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Helen and Ffion

Tributes to mothers were everywhere this weekend, of course. But the story about Helen Harcombe’s death was among the saddest. Helen died at age 28 after a battle with breast cancer, leaving her husband Antony to raise their daughter Ffion, age seven, by himself.

Helen, however, left a “Mummy Manual” for Antony, and mothers everywhere, in every country, will recognize some of the issues she worried her husband might need a little female input on:

Xmas time, don’t forget smaller things like stocking fillers to make it look more + fill the stockings – chocs, bobbles, clips, make-up, joke stuff, fun stuff, girly fun etc.

Make sure serve food with veg/peas – get fruit down her – don’t let her live out of cans, noodles + toast etc.

Regular trims on hair – may need extra conditioner or leave in conditioner for knots. Ensure hair is tied back for school – neat parting, no bump. Smooth with tail comb if necessary, ensure fixed with spray & hairspray to keep neat + no straggly bits.

It’s the “girly fun” and the “no straggly bits” that get me. It’s a mom thing.

Which is precisely the point. When confronted with the loss of a mother, or a father, we all instantly understand — in our gut, where it really matters — the empty space left in the child’s life. And it’s not just the person, per se: It’s also their role as Mom, as Dad.

Ffion still has a Dad. But there is still a place in her heart, and her everyday life, where Mom should be . . . Helen understood that. So she left the Mummy Manual, that covers uniquely mum things.

So skip with me over to Arianna’s blog, where you will find your daily quotient of pseudo-sophistication — the very top post is from Julia Louis-Dreyfuss (she of Seinfeld fame) and her husband, Brad Hall, with a snarky little entry on gay marriage. . . Here’s some blue-state sarcasm from Brad on the Defense of Marriage Act. Ironically, he stumbles into an important truth in the middle:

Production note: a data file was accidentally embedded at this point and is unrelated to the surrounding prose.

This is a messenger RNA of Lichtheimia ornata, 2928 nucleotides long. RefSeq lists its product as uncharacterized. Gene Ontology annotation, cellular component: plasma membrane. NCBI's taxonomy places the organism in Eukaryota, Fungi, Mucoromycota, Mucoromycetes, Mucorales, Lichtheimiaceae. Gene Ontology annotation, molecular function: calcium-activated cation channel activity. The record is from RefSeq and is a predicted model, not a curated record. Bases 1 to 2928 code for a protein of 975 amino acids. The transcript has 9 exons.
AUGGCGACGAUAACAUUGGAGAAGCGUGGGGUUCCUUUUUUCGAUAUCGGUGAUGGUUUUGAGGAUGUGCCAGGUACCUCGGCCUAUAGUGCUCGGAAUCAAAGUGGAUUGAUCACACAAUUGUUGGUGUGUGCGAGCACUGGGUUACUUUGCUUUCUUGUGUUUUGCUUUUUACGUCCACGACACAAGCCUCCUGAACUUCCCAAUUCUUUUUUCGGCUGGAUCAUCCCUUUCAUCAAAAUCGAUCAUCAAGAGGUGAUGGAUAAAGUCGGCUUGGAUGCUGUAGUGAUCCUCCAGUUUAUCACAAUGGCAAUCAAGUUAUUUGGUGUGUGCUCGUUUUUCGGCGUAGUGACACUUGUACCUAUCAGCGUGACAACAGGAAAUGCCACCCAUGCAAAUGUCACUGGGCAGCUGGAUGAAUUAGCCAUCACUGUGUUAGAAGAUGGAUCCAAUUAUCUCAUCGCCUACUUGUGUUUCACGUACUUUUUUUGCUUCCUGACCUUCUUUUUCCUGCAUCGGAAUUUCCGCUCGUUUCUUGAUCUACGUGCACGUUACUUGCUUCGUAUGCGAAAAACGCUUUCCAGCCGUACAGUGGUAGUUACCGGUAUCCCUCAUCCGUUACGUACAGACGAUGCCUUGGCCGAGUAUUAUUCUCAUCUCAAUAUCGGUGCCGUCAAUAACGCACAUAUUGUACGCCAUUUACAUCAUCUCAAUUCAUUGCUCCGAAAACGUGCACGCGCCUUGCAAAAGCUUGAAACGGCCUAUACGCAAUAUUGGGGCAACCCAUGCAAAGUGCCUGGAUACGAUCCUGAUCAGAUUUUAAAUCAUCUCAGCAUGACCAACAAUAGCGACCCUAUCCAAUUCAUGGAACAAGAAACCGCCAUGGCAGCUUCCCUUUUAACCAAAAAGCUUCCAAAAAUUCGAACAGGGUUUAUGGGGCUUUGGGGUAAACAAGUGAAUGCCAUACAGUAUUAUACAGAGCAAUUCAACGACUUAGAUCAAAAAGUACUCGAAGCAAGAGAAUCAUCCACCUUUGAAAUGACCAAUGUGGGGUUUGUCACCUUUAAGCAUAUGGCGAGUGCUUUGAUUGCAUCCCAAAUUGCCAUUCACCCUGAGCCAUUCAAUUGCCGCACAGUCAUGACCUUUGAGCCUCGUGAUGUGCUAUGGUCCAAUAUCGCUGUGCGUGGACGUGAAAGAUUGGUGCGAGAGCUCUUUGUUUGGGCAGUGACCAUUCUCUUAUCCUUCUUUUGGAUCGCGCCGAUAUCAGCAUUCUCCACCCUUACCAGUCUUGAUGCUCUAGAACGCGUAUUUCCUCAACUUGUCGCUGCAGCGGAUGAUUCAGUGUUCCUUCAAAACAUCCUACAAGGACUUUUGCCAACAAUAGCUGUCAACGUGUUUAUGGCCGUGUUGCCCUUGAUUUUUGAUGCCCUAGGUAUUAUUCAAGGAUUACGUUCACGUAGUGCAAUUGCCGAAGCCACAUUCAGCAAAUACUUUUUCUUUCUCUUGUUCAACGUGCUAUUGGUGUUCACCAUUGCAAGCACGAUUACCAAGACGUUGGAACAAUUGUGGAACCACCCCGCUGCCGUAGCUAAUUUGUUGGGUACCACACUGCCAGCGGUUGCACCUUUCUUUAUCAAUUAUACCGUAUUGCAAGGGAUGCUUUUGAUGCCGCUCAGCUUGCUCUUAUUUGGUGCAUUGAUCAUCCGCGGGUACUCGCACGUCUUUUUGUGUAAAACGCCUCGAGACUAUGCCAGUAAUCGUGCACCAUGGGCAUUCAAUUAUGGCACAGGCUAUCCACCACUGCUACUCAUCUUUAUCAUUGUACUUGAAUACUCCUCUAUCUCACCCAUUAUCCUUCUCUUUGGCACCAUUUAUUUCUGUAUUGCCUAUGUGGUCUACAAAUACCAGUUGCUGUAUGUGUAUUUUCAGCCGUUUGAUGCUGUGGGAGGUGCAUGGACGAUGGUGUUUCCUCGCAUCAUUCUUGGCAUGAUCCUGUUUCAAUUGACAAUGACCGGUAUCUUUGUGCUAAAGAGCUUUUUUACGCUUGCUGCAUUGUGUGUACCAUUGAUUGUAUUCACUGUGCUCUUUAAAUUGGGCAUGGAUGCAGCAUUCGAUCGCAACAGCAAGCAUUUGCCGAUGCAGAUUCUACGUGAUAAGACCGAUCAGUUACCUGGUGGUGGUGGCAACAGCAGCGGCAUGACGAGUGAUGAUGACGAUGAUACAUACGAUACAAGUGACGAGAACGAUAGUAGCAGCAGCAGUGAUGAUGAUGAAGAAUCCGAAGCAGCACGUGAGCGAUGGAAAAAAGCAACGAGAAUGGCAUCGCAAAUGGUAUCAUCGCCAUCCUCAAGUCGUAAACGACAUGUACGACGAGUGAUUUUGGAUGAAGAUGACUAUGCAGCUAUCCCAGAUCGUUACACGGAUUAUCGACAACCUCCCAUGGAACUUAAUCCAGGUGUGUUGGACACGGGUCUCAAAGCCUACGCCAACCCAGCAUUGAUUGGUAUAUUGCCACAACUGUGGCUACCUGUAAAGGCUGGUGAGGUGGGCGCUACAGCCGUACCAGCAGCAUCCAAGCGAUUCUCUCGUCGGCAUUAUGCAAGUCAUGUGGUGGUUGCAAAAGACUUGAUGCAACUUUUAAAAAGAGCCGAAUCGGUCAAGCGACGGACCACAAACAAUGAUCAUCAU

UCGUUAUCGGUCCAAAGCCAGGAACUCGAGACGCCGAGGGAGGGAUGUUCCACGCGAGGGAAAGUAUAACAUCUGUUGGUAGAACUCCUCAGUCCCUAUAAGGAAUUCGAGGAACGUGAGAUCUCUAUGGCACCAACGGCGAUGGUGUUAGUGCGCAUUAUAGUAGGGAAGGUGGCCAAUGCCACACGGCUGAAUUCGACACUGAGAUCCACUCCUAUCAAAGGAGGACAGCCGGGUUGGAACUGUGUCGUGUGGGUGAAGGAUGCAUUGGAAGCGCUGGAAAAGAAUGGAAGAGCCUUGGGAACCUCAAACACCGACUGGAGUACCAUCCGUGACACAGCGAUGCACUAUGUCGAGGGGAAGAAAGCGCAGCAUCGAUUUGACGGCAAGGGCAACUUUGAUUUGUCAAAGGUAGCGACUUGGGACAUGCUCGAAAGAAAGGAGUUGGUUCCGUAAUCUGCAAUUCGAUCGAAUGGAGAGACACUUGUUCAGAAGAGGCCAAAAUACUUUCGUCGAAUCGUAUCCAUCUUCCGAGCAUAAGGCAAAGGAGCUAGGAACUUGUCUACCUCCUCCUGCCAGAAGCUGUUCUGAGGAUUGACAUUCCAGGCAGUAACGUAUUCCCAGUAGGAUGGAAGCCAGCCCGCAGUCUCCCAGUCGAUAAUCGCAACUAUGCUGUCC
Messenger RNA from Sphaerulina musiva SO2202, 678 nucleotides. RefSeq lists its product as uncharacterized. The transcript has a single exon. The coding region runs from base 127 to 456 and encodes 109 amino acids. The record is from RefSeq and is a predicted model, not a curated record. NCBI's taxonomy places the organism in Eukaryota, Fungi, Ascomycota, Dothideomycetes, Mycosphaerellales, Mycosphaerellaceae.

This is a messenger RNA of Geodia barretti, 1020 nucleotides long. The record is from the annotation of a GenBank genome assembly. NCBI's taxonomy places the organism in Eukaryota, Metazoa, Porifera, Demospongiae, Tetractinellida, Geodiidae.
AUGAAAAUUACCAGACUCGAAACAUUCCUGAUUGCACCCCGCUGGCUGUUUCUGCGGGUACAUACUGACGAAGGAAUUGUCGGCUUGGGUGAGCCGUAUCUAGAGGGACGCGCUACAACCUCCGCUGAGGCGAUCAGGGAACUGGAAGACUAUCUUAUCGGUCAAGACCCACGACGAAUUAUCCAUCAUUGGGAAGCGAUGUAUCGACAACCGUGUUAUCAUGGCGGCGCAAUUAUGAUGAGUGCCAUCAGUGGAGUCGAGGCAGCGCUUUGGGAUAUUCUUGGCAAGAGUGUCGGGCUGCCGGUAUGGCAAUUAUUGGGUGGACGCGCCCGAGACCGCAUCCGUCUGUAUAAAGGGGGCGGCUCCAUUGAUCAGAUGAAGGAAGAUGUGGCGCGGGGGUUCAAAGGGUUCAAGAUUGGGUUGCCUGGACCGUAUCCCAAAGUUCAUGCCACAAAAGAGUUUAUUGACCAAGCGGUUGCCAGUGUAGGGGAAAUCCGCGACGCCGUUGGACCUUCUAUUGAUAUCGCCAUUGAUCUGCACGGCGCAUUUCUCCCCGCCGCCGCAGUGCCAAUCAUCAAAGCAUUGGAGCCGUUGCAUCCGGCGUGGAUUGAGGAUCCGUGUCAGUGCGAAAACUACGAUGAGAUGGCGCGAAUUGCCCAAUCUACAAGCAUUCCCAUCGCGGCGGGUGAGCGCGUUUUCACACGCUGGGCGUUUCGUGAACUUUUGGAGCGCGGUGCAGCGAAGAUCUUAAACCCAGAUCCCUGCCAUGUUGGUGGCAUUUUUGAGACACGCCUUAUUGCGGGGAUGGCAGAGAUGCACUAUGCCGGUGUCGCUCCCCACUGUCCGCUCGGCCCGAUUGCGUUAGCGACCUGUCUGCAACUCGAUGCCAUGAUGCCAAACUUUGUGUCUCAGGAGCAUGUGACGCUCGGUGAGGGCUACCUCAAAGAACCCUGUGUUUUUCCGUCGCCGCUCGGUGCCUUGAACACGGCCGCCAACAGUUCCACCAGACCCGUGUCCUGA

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Julia Louis-Dreyfuss and Brad Hall

I have been married to a beautiful, smart, funny woman since 1987. Together we have had two happy children and shared nearly 18 years of marital bliss. Now the whole thing is ruined.

Like most Americans, I had hoped that the Defense of Marriage Act would do just that: defend my marriage. Apparently not. Look around and you’ll see the gays getting gay-married all over the place, and, to quote, well, everyone: gay marriage destroys real marriage. Now, when I come home to my wife, I feel nothing. How could I? SHE COULD BE A MAN. Thanks a lot, gays. Thanks for rendering our vows obsolete. Thanks for illegitimizing our sons. Thanks for tearing asunder a great institution that has heretofore withstood Las Vegas, Elizabeth Taylor, Larry King and Britney Spears combined.

She could be a man!! Right. My point exactly. . . She couldn’t be a man.

We can make a lot of arguments about the importance of marriage between a man and a woman — from natural law, from philosophy, from sociology, from epidemiology, from tradition, from theology, from utilitarianism — all of those are worth visiting. Today, in the wake of Mother’s Day, I want to point us back, for a moment, to a gut check.

Helen left a Mummy Manual for her husband and daughter because she wasn’t a man. And she knew in her heart that being a woman, a mom, was important. And irreplaceable.

I think I’ll go get my girls’ hair trimmed today. . .thank you Helen. And God bless sweet Ffion.